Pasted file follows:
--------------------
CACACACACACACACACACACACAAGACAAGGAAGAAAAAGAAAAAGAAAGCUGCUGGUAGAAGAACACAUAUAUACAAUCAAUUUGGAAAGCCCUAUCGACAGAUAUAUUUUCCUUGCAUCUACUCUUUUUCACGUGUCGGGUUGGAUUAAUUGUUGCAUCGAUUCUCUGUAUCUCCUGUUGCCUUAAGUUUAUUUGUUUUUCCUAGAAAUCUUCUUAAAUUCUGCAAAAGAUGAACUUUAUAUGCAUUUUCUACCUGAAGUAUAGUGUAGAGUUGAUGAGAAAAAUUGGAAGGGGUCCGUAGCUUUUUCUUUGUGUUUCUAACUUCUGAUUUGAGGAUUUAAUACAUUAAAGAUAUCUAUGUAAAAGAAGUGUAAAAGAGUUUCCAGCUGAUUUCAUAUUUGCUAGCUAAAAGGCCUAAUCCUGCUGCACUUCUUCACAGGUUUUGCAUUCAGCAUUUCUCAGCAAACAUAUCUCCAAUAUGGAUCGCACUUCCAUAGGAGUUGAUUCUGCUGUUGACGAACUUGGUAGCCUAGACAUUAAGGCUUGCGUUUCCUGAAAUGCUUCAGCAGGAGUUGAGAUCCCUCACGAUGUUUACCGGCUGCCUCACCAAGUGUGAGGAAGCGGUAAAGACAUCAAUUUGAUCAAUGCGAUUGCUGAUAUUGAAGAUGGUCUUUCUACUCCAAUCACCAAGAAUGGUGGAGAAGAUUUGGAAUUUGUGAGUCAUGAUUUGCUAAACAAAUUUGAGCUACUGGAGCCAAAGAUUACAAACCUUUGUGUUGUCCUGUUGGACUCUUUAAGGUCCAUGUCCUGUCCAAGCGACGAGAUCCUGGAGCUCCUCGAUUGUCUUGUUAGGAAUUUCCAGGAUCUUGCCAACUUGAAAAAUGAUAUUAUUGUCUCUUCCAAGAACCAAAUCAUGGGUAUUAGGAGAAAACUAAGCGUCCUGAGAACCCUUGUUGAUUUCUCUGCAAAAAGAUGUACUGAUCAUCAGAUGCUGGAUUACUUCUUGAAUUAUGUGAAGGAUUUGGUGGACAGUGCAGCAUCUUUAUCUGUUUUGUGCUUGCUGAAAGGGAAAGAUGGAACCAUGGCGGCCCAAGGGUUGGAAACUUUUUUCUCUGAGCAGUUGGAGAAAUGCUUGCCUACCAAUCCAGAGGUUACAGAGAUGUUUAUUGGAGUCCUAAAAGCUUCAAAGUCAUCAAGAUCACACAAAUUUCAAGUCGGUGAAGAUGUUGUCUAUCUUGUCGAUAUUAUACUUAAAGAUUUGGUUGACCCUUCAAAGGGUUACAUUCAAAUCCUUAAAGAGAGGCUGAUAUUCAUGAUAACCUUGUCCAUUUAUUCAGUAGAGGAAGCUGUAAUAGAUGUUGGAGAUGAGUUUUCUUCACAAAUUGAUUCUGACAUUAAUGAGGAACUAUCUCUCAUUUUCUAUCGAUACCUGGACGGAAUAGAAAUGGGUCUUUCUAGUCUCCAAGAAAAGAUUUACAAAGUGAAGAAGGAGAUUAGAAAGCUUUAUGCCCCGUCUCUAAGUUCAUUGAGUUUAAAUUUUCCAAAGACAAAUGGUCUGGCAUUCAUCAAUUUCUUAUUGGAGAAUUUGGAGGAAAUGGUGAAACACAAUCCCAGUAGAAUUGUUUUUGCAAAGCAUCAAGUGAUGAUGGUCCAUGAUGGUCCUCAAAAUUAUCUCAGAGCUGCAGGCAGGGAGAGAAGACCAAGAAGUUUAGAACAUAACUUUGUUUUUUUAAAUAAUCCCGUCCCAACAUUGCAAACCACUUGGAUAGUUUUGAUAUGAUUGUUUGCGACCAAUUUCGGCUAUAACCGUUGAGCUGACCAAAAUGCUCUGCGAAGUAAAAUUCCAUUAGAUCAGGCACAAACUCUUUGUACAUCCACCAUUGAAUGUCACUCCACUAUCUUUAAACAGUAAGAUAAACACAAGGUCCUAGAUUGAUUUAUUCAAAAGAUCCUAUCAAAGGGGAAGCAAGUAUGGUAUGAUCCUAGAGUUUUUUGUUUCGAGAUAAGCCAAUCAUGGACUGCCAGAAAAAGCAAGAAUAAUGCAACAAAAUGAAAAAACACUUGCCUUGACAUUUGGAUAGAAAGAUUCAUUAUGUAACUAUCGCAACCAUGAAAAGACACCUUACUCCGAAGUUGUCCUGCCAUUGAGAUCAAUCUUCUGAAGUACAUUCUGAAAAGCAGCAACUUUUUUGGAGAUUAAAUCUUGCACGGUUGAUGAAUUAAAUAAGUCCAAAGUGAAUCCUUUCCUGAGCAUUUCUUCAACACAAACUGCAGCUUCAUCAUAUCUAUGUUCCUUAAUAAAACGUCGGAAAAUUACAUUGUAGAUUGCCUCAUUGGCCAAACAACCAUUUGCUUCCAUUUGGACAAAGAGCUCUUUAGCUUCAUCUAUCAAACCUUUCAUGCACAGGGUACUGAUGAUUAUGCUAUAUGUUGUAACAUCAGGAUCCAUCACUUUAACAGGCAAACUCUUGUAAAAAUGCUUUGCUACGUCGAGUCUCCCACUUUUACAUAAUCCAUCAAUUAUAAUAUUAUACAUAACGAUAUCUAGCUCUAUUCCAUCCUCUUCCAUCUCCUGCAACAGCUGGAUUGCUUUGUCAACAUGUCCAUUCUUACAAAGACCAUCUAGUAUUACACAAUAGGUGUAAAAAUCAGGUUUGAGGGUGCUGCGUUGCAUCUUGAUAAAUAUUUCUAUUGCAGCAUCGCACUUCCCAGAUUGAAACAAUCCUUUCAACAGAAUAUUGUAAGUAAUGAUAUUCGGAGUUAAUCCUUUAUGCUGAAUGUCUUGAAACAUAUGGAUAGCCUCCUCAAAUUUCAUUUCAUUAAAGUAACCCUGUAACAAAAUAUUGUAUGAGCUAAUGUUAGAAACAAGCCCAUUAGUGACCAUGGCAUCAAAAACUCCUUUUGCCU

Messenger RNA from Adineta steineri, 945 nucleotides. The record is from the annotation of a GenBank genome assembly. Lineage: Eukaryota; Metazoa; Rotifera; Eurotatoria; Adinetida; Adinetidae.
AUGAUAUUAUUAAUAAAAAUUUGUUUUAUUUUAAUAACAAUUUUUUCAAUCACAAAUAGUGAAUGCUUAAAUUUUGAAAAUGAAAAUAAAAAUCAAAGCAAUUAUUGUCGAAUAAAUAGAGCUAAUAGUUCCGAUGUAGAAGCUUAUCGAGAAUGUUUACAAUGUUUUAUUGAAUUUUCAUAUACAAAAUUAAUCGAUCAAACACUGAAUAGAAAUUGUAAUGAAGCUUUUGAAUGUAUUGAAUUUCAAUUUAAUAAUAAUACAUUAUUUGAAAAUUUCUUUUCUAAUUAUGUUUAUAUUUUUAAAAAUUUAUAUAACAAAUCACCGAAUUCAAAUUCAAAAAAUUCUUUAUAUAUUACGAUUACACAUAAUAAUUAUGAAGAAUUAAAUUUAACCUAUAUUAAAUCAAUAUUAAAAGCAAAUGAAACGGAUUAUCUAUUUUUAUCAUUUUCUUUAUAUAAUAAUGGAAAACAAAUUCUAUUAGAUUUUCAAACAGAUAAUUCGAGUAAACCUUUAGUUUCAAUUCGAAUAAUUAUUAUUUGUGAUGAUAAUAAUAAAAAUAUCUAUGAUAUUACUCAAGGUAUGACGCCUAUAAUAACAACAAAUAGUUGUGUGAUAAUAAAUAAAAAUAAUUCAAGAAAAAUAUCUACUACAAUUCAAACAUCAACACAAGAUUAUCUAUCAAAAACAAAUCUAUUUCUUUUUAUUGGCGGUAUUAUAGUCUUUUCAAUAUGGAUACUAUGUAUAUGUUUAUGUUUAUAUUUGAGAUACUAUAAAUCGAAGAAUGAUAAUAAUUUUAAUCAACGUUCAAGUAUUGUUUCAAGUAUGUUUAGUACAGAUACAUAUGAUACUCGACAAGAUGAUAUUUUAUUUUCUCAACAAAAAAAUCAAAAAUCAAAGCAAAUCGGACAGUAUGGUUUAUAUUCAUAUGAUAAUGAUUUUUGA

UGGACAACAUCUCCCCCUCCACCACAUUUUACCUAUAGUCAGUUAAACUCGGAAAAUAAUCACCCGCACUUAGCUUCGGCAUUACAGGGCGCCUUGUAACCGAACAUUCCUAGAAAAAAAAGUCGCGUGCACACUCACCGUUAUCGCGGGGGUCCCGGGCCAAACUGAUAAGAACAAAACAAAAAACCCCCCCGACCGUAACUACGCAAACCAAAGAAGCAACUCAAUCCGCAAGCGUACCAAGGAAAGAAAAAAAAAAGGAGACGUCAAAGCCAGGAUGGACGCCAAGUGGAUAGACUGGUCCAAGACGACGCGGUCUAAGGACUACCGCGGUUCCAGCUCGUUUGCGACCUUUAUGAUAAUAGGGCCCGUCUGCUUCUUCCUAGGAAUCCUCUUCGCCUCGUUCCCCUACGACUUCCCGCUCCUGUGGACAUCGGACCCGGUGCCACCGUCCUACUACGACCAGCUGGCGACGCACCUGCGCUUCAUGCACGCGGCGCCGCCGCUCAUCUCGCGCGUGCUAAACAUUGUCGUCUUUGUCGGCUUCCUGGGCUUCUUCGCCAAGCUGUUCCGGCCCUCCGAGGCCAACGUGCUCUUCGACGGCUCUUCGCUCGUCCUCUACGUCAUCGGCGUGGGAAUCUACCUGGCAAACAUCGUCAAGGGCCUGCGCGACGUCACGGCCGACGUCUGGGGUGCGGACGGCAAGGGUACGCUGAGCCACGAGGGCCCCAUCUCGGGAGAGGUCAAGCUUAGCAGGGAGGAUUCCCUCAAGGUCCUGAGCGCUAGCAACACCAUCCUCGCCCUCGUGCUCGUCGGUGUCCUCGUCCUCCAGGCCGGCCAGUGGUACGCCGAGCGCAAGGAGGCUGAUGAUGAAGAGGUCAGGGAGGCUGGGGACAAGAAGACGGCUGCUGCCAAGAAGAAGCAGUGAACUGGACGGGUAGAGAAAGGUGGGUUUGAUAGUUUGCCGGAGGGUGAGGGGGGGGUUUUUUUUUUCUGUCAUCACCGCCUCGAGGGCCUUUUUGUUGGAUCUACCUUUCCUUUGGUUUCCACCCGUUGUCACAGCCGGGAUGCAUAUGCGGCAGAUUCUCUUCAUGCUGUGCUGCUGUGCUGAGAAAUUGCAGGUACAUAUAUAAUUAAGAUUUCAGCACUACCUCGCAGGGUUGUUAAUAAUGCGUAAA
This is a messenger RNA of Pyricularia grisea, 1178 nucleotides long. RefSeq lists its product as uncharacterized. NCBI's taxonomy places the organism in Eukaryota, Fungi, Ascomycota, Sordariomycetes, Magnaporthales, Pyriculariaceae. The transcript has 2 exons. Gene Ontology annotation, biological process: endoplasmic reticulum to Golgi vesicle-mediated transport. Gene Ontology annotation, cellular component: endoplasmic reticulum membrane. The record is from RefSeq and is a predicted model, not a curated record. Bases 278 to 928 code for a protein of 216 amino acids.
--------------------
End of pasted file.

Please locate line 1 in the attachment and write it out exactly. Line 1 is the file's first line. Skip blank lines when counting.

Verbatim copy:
CACACACACACACACACACACACAAGACAAGGAAGAAAAAGAAAAAGAAAGCUGCUGGUAGAAGAACACAUAUAUACAAUCAAUUUGGAAAGCCCUAUCGACAGAUAUAUUUUCCUUGCAUCUACUCUUUUUCACGUGUCGGGUUGGAUUAAUUGUUGCAUCGAUUCUCUGUAUCUCCUGUUGCCUUAAGUUUAUUUGUUUUUCCUAGAAAUCUUCUUAAAUUCUGCAAAAGAUGAACUUUAUAUGCAUUUUCUACCUGAAGUAUAGUGUAGAGUUGAUGAGAAAAAUUGGAAGGGGUCCGUAGCUUUUUCUUUGUGUUUCUAACUUCUGAUUUGAGGAUUUAAUACAUUAAAGAUAUCUAUGUAAAAGAAGUGUAAAAGAGUUUCCAGCUGAUUUCAUAUUUGCUAGCUAAAAGGCCUAAUCCUGCUGCACUUCUUCACAGGUUUUGCAUUCAGCAUUUCUCAGCAAACAUAUCUCCAAUAUGGAUCGCACUUCCAUAGGAGUUGAUUCUGCUGUUGACGAACUUGGUAGCCUAGACAUUAAGGCUUGCGUUUCCUGAAAUGCUUCAGCAGGAGUUGAGAUCCCUCACGAUGUUUACCGGCUGCCUCACCAAGUGUGAGGAAGCGGUAAAGACAUCAAUUUGAUCAAUGCGAUUGCUGAUAUUGAAGAUGGUCUUUCUACUCCAAUCACCAAGAAUGGUGGAGAAGAUUUGGAAUUUGUGAGUCAUGAUUUGCUAAACAAAUUUGAGCUACUGGAGCCAAAGAUUACAAACCUUUGUGUUGUCCUGUUGGACUCUUUAAGGUCCAUGUCCUGUCCAAGCGACGAGAUCCUGGAGCUCCUCGAUUGUCUUGUUAGGAAUUUCCAGGAUCUUGCCAACUUGAAAAAUGAUAUUAUUGUCUCUUCCAAGAACCAAAUCAUGGGUAUUAGGAGAAAACUAAGCGUCCUGAGAACCCUUGUUGAUUUCUCUGCAAAAAGAUGUACUGAUCAUCAGAUGCUGGAUUACUUCUUGAAUUAUGUGAAGGAUUUGGUGGACAGUGCAGCAUCUUUAUCUGUUUUGUGCUUGCUGAAAGGGAAAGAUGGAACCAUGGCGGCCCAAGGGUUGGAAACUUUUUUCUCUGAGCAGUUGGAGAAAUGCUUGCCUACCAAUCCAGAGGUUACAGAGAUGUUUAUUGGAGUCCUAAAAGCUUCAAAGUCAUCAAGAUCACACAAAUUUCAAGUCGGUGAAGAUGUUGUCUAUCUUGUCGAUAUUAUACUUAAAGAUUUGGUUGACCCUUCAAAGGGUUACAUUCAAAUCCUUAAAGAGAGGCUGAUAUUCAUGAUAACCUUGUCCAUUUAUUCAGUAGAGGAAGCUGUAAUAGAUGUUGGAGAUGAGUUUUCUUCACAAAUUGAUUCUGACAUUAAUGAGGAACUAUCUCUCAUUUUCUAUCGAUACCUGGACGGAAUAGAAAUGGGUCUUUCUAGUCUCCAAGAAAAGAUUUACAAAGUGAAGAAGGAGAUUAGAAAGCUUUAUGCCCCGUCUCUAAGUUCAUUGAGUUUAAAUUUUCCAAAGACAAAUGGUCUGGCAUUCAUCAAUUUCUUAUUGGAGAAUUUGGAGGAAAUGGUGAAACACAAUCCCAGUAGAAUUGUUUUUGCAAAGCAUCAAGUGAUGAUGGUCCAUGAUGGUCCUCAAAAUUAUCUCAGAGCUGCAGGCAGGGAGAGAAGACCAAGAAGUUUAGAACAUAACUUUGUUUUUUUAAAUAAUCCCGUCCCAACAUUGCAAACCACUUGGAUAGUUUUGAUAUGAUUGUUUGCGACCAAUUUCGGCUAUAACCGUUGAGCUGACCAAAAUGCUCUGCGAAGUAAAAUUCCAUUAGAUCAGGCACAAACUCUUUGUACAUCCACCAUUGAAUGUCACUCCACUAUCUUUAAACAGUAAGAUAAACACAAGGUCCUAGAUUGAUUUAUUCAAAAGAUCCUAUCAAAGGGGAAGCAAGUAUGGUAUGAUCCUAGAGUUUUUUGUUUCGAGAUAAGCCAAUCAUGGACUGCCAGAAAAAGCAAGAAUAAUGCAACAAAAUGAAAAAACACUUGCCUUGACAUUUGGAUAGAAAGAUUCAUUAUGUAACUAUCGCAACCAUGAAAAGACACCUUACUCCGAAGUUGUCCUGCCAUUGAGAUCAAUCUUCUGAAGUACAUUCUGAAAAGCAGCAACUUUUUUGGAGAUUAAAUCUUGCACGGUUGAUGAAUUAAAUAAGUCCAAAGUGAAUCCUUUCCUGAGCAUUUCUUCAACACAAACUGCAGCUUCAUCAUAUCUAUGUUCCUUAAUAAAACGUCGGAAAAUUACAUUGUAGAUUGCCUCAUUGGCCAAACAACCAUUUGCUUCCAUUUGGACAAAGAGCUCUUUAGCUUCAUCUAUCAAACCUUUCAUGCACAGGGUACUGAUGAUUAUGCUAUAUGUUGUAACAUCAGGAUCCAUCACUUUAACAGGCAAACUCUUGUAAAAAUGCUUUGCUACGUCGAGUCUCCCACUUUUACAUAAUCCAUCAAUUAUAAUAUUAUACAUAACGAUAUCUAGCUCUAUUCCAUCCUCUUCCAUCUCCUGCAACAGCUGGAUUGCUUUGUCAACAUGUCCAUUCUUACAAAGACCAUCUAGUAUUACACAAUAGGUGUAAAAAUCAGGUUUGAGGGUGCUGCGUUGCAUCUUGAUAAAUAUUUCUAUUGCAGCAUCGCACUUCCCAGAUUGAAACAAUCCUUUCAACAGAAUAUUGUAAGUAAUGAUAUUCGGAGUUAAUCCUUUAUGCUGAAUGUCUUGAAACAUAUGGAUAGCCUCCUCAAAUUUCAUUUCAUUAAAGUAACCCUGUAACAAAAUAUUGUAUGAGCUAAUGUUAGAAACAAGCCCAUUAGUGACCAUGGCAUCAAAAACUCCUUUUGCCU